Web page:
A dozen volunteers joined Huron Pines staff in installing 1,000 native plants near East Tawas State Dock the morning of Sept 17. These water-loving wildflowers and grasses will help filter stormwater runoff at one of Michigan’s most popular state harbors.
This project followed treatments by our Stewardship Team to remove invasive species like phragmites and purple loosestrife from the site and make space for shoreline plants to get a foothold. Among the species planted that morning were foxglove beard tongue, bulrush, horsemint, blue iris, butterfly weed, beach grass, harebell, sand coreopsis and pearly everlasting.
“Huron Pines has been really successful in treating invasive species here, and we wanted to replace them with a diverse mix of native flowering plants,” said Water Program Director Samantha Nellis. “This is the last line of defense for filtering stormwater before it enters Tawas Bay, and this area will be a great example of the benefits of having a natural shoreline.”
Stormwater carries pollutants like road salt, bacteria, sediment and motor oils from roads and other hardened surfaces. Once they enter rivers and lakes, these contaminants can result in beach closures and degraded fish and wildlife habitat, all of which impacts recreation, tourism and the environmental health of a community. Deep-rooted shoreline plants can help filter this runoff.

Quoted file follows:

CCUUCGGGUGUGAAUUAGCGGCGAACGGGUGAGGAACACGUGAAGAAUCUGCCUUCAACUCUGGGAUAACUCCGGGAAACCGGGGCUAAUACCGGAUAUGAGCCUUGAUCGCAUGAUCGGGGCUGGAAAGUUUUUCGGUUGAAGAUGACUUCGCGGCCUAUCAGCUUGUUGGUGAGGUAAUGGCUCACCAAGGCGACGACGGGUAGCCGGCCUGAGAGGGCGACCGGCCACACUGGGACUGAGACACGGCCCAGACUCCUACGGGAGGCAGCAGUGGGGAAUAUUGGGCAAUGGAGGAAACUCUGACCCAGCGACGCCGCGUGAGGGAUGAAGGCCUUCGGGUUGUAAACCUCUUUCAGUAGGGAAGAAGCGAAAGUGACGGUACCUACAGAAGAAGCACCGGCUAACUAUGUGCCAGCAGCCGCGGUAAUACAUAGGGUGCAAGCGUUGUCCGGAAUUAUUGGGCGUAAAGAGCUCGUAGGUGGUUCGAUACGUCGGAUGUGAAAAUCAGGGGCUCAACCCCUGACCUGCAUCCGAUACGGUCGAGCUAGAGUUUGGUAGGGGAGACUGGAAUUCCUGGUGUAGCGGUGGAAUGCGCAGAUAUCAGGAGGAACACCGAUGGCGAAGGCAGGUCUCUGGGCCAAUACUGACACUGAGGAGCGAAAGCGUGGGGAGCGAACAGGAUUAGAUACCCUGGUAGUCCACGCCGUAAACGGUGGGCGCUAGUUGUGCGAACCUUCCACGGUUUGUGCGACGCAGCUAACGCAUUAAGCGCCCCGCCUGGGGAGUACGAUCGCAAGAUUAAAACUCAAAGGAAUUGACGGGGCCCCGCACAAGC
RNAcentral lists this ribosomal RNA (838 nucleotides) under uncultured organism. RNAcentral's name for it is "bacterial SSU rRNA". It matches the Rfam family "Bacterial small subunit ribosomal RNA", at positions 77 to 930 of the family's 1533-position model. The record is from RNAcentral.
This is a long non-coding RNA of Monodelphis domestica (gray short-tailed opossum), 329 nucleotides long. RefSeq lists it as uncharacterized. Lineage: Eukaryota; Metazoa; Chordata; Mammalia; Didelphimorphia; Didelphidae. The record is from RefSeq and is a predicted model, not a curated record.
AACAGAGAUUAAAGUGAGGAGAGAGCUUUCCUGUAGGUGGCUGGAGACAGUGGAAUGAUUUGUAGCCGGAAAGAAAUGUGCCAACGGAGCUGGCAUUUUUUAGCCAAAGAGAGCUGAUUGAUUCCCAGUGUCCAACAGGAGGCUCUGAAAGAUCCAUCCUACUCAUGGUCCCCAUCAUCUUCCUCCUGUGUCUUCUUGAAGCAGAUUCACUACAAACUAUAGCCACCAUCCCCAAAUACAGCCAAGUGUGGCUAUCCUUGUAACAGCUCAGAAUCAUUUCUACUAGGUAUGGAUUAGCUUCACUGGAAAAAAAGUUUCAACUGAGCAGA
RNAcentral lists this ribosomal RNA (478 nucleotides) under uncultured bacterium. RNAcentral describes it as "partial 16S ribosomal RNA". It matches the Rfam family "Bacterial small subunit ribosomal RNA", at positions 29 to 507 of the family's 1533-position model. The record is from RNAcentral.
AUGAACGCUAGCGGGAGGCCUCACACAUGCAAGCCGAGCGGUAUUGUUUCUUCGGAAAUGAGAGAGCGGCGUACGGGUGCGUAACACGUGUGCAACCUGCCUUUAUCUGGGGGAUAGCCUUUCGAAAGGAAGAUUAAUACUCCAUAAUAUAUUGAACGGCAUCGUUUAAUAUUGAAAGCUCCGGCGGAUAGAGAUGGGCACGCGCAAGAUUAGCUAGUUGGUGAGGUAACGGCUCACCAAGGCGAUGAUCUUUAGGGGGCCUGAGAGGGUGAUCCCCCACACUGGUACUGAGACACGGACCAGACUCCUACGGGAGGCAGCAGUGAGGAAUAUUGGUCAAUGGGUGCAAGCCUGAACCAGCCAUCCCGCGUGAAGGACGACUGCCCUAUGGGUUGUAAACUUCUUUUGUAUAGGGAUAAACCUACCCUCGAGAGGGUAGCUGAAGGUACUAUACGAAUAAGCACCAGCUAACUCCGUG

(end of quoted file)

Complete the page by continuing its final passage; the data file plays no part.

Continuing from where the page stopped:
East Tawas State Harbor has undergone $7 million in upgrades since 2017 and was the top-performing harbor for fuel sales in 2021, according to supervisor Micah Jordan, who was there with his family planting that morning.
“I appreciate everyone helping out and contributing to the native habitat here,” he told the crowd of volunteers. “Hopefully this is one of many projects to come.”
Support for this project was provided by the National Fish and Wildlife Foundation Sustain Our Great Lakes program and the Consumers Energy Foundation.
See photos from that day in the gallery below.